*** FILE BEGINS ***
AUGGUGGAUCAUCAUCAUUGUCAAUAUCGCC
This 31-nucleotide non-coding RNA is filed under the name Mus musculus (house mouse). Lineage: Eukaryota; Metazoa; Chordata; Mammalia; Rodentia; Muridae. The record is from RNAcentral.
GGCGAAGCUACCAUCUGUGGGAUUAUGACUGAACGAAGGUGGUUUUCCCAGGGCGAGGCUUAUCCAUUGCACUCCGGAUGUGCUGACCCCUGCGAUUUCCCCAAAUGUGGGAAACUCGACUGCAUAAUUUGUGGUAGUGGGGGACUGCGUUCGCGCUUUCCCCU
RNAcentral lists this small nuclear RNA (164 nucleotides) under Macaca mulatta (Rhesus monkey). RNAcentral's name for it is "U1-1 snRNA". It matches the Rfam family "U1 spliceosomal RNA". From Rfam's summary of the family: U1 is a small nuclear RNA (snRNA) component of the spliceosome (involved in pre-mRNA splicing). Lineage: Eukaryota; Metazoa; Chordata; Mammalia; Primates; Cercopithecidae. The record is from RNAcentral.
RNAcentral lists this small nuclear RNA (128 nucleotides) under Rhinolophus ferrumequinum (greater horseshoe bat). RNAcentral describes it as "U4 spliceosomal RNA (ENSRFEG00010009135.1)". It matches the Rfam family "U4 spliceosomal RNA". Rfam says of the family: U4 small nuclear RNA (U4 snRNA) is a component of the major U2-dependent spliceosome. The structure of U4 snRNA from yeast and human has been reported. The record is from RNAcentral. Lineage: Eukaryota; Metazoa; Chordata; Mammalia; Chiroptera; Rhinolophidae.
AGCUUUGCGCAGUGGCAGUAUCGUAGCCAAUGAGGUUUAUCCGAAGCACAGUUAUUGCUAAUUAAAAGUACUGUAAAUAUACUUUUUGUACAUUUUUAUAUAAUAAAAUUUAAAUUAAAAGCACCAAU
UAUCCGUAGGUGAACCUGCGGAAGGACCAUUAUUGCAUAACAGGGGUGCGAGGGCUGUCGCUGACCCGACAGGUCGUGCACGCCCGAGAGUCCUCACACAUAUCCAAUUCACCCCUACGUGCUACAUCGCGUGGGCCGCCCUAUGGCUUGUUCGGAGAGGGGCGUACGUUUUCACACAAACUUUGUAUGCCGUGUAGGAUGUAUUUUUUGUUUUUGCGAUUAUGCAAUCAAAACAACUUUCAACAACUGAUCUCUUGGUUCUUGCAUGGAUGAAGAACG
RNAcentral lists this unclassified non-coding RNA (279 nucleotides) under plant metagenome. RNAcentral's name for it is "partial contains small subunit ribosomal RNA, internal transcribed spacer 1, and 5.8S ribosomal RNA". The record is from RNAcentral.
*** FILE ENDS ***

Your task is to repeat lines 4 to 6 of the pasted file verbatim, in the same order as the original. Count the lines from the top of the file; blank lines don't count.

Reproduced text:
RNAcentral lists this small nuclear RNA (164 nucleotides) under Macaca mulatta (Rhesus monkey). RNAcentral's name for it is "U1-1 snRNA". It matches the Rfam family "U1 spliceosomal RNA". From Rfam's summary of the family: U1 is a small nuclear RNA (snRNA) component of the spliceosome (involved in pre-mRNA splicing). Lineage: Eukaryota; Metazoa; Chordata; Mammalia; Primates; Cercopithecidae. The record is from RNAcentral.
RNAcentral lists this small nuclear RNA (128 nucleotides) under Rhinolophus ferrumequinum (greater horseshoe bat). RNAcentral describes it as "U4 spliceosomal RNA (ENSRFEG00010009135.1)". It matches the Rfam family "U4 spliceosomal RNA". Rfam says of the family: U4 small nuclear RNA (U4 snRNA) is a component of the major U2-dependent spliceosome. The structure of U4 snRNA from yeast and human has been reported. The record is from RNAcentral. Lineage: Eukaryota; Metazoa; Chordata; Mammalia; Chiroptera; Rhinolophidae.
AGCUUUGCGCAGUGGCAGUAUCGUAGCCAAUGAGGUUUAUCCGAAGCACAGUUAUUGCUAAUUAAAAGUACUGUAAAUAUACUUUUUGUACAUUUUUAUAUAAUAAAAUUUAAAUUAAAAGCACCAAU